Philadelphia’s pioneering Green City, Clean Waters plan to manage stormwater using green infrastructure is slowly rolling out through early action projects like streets with permeable paving and green schoolyards. But greening 1/3 of the city’s impermeable surfaces within 25 years is going to take a ton of work, and there is a lot of room for truly creative solutions.
So to stimulate fresh ideas about green infrastructure – and drum up a little excitement – the Philadelphia Water Department, Environmental Protection Agency, and Community Design Collaborative are hosting Infill Philadelphia: Soak It Up!, a design competition asking designers to develop green infrastructure retrofits for three city sites with an eye toward managing stormwater while creating community assets. Green infrastructure interventions will ideally meet multiple bottom lines by creating neighborhood amenities, providing cost-effective solutions for property owners, fostering community engagement, and even spurring development.
The design challenge asks teams to focus on one of three sites, each with specific urban challenges and opportunities. At an old factory/warehouse complex in Hartranft, building green infrastructure could help beautify the neighborhood, possibly even attracting new investment, while helping a business reduce its stormwater fees. At a strip mall in Grays Ferry, green infrastructure could help weave the shopping center into the neighborhood by creating community spaces, improve the pedestrian experience, and make buildings more energy-efficient. And in Queen Village, the intimate grid could create a fine-grained network of small-scale interventions that add up to a effective stormwater management system.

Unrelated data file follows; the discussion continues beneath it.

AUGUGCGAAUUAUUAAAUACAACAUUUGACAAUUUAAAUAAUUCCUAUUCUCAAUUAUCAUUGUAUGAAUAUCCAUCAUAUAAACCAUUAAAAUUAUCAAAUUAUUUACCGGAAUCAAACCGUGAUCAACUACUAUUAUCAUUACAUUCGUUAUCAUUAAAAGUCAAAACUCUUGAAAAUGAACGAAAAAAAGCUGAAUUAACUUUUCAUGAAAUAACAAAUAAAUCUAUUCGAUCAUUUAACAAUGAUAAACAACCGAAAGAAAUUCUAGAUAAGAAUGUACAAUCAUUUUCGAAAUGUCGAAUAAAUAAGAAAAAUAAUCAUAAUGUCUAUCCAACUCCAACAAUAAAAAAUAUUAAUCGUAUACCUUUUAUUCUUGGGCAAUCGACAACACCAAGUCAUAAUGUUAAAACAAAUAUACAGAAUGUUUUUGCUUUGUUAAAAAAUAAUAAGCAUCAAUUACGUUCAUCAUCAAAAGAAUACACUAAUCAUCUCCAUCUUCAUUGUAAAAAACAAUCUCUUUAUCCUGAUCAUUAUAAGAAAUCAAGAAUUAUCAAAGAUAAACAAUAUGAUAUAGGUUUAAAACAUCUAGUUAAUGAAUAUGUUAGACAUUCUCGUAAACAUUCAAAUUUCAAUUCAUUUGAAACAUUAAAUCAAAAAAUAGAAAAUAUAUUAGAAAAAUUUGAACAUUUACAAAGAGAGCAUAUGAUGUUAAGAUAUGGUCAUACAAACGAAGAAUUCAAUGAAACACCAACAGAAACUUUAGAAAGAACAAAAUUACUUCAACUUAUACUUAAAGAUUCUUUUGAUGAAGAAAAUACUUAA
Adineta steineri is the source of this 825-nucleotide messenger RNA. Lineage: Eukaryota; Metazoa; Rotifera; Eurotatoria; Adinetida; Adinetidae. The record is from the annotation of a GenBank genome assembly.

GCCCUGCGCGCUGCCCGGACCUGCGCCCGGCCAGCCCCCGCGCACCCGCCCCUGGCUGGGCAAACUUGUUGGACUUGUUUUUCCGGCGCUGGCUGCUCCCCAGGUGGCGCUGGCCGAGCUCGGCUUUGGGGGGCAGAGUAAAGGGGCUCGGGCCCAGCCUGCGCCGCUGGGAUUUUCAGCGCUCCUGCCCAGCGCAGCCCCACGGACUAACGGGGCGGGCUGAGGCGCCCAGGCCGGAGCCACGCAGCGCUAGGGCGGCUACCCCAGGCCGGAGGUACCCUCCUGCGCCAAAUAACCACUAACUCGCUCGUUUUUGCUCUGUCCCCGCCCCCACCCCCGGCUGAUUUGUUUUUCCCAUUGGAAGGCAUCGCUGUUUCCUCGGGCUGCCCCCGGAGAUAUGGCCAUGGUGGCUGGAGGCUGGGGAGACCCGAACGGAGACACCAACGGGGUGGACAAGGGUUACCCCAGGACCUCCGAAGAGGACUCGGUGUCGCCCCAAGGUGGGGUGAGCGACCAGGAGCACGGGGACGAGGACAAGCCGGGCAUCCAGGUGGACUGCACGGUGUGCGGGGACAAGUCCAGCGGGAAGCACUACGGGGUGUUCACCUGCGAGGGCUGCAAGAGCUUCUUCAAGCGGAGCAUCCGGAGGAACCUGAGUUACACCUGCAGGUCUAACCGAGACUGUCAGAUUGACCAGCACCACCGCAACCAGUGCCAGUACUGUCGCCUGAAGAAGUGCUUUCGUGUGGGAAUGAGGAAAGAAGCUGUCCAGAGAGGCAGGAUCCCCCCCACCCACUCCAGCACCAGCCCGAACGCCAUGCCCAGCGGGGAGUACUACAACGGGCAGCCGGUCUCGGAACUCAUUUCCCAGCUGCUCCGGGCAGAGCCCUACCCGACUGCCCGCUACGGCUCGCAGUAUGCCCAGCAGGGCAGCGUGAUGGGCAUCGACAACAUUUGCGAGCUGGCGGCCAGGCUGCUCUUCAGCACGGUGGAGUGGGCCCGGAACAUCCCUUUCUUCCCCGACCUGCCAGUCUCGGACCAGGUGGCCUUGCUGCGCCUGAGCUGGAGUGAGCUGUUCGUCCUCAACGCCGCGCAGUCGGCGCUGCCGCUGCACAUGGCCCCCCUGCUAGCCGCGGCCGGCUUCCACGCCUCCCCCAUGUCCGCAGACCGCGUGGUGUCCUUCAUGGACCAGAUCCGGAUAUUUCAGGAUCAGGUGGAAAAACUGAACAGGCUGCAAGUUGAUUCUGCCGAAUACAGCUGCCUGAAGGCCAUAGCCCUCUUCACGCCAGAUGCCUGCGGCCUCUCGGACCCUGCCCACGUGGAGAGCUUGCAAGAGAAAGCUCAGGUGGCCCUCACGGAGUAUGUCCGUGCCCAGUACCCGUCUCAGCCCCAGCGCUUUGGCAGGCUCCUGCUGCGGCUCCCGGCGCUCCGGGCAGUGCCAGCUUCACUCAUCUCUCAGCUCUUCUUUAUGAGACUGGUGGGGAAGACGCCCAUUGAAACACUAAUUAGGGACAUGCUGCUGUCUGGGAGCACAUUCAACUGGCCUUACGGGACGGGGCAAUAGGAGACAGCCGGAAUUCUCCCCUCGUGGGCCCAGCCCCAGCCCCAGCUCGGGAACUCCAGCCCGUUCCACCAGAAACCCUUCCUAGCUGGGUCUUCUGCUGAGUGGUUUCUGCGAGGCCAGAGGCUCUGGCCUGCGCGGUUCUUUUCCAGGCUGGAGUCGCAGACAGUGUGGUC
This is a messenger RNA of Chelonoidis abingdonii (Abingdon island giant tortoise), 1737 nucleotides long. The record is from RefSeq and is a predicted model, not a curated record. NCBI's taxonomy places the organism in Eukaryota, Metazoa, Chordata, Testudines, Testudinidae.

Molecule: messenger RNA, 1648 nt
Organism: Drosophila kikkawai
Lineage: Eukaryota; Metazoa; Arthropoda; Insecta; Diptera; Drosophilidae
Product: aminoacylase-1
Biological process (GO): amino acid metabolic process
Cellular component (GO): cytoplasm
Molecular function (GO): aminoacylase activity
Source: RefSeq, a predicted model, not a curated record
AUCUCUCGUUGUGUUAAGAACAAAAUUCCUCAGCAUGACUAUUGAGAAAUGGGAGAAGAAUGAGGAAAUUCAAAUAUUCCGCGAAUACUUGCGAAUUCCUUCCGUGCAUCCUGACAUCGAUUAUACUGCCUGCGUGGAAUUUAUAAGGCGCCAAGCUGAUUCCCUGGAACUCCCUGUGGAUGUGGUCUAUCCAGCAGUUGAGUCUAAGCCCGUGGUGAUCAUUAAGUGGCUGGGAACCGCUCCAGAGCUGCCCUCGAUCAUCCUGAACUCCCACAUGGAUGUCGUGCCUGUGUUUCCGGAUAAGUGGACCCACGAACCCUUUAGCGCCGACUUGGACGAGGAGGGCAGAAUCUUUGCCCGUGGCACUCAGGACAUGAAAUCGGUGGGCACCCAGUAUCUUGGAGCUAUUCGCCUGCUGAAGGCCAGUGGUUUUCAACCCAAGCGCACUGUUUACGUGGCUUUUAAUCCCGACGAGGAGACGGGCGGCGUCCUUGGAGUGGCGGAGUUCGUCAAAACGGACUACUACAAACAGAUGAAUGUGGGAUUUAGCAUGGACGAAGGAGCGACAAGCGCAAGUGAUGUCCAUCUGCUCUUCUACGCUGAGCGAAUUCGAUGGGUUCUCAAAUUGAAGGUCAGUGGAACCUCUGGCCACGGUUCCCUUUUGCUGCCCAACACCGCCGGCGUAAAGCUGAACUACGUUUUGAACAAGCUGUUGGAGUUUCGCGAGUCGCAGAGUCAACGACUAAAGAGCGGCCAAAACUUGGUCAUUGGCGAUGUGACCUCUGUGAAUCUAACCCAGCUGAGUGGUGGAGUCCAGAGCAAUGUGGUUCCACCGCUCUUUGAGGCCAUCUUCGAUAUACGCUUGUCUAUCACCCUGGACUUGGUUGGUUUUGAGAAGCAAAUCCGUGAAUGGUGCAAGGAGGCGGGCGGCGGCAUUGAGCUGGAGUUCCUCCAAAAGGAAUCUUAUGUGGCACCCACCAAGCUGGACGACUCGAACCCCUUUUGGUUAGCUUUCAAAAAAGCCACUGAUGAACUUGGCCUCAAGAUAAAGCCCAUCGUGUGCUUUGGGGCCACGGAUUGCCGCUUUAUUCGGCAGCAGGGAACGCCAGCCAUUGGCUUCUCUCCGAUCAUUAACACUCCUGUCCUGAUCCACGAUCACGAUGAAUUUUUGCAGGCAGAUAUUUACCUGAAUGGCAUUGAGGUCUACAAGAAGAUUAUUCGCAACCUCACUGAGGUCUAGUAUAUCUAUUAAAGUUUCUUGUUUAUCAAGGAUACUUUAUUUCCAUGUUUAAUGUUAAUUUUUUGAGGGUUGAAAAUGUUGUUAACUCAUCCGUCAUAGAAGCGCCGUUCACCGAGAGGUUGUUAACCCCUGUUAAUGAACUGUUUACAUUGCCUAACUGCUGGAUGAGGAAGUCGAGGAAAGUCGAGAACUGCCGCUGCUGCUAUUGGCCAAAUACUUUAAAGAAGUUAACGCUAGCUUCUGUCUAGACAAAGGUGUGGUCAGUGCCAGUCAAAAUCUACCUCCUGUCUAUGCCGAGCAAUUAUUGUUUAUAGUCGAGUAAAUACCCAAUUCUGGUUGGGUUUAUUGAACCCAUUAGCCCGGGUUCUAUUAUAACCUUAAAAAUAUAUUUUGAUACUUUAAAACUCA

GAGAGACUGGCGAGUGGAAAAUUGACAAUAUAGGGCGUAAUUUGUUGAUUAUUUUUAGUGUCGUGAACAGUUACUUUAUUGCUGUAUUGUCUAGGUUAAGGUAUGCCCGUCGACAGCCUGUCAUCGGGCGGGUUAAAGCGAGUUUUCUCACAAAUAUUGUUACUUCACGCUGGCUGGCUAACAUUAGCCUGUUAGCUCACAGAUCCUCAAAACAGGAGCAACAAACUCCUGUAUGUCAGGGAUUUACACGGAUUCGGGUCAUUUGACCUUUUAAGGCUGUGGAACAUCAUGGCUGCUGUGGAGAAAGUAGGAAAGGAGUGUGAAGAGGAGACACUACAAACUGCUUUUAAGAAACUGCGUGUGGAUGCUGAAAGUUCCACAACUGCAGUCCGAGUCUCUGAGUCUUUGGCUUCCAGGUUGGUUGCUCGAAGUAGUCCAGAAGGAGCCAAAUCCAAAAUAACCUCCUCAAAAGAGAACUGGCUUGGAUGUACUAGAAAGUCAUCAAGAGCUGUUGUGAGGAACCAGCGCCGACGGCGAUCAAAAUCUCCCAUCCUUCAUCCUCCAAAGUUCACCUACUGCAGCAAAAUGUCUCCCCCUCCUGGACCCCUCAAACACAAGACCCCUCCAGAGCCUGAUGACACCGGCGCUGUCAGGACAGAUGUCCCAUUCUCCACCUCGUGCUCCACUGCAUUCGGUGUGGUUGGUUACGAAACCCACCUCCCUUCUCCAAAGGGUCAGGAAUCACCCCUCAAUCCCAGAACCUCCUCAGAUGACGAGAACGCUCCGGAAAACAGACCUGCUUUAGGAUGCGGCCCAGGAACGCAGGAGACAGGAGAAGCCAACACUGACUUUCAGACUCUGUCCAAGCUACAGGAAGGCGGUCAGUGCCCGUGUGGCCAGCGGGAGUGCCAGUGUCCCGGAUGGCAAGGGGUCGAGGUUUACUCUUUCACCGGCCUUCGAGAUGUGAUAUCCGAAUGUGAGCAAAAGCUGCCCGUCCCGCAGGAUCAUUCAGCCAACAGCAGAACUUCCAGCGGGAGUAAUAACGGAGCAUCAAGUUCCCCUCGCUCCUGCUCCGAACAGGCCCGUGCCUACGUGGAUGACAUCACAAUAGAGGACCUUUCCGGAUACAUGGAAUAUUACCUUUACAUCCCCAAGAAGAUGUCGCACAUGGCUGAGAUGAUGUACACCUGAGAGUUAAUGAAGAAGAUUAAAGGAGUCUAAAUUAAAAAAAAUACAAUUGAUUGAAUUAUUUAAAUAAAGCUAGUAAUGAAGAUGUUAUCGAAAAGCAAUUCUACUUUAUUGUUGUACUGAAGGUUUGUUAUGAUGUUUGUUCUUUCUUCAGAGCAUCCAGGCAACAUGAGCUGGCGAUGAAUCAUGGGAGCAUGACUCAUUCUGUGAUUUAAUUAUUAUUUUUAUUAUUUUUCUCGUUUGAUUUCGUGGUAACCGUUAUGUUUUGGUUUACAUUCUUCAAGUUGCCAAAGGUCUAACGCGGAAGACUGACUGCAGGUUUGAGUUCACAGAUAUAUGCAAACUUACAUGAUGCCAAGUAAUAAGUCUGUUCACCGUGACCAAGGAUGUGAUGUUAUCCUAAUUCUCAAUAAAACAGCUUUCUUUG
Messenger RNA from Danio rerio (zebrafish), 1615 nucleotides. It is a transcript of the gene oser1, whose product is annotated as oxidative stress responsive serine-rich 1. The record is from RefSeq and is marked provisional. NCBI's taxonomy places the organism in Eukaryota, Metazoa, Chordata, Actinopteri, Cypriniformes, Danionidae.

Teams of design professionals interested in competing must register for the competition by midnight on Friday, November 30. [See the competition packet for details.] Submissions are due in January, and from nine finalists winners will be announced at a ceremony at the Academy of Natural Sciences in March. The winners get a $10,000 cash prize, as well as the satisfaction in knowing that the Water Department and property owners are interested in implementing some of the solutions proposed through the competition.
To whet (or perhaps wet) your appetite, here’s a closer look at the three design challenge sites:
Industrial: Warehouse Watershed, Hartranft
Edward J. Darby & Son Pennsylvania Wire Works is a family-owned wire mesh distributor and manufacturer that takes up an entire city block in Hartranft (between 8th and 9th, Dauphin and Susquehanna). Because the complex has 100% lot coverage and zero permeable surfaces, the stormwater charges for Darby & Son have increased by 1100%.
Standing on the industrial complex’s roof with owner Dan DiBruno (yes, of those DiBrunos) and the Collaborative’s Linda Dottor, you can appreciate just how big the building actually is. Its huge roof is irregular and undulating, complicated by successive building additions and the property’s many lives (including decades as a trolley barn). The roof is in fair condition, but DiBruno says it leaks during heavy rain and snow melt and that good drainage is a perpetual challenge.
Given the challenges of collecting and directing water off of the roof and the high stormwater charges, DiBruno says is open to hearing all solutions, but they’ve got to be cost-conscious and effective.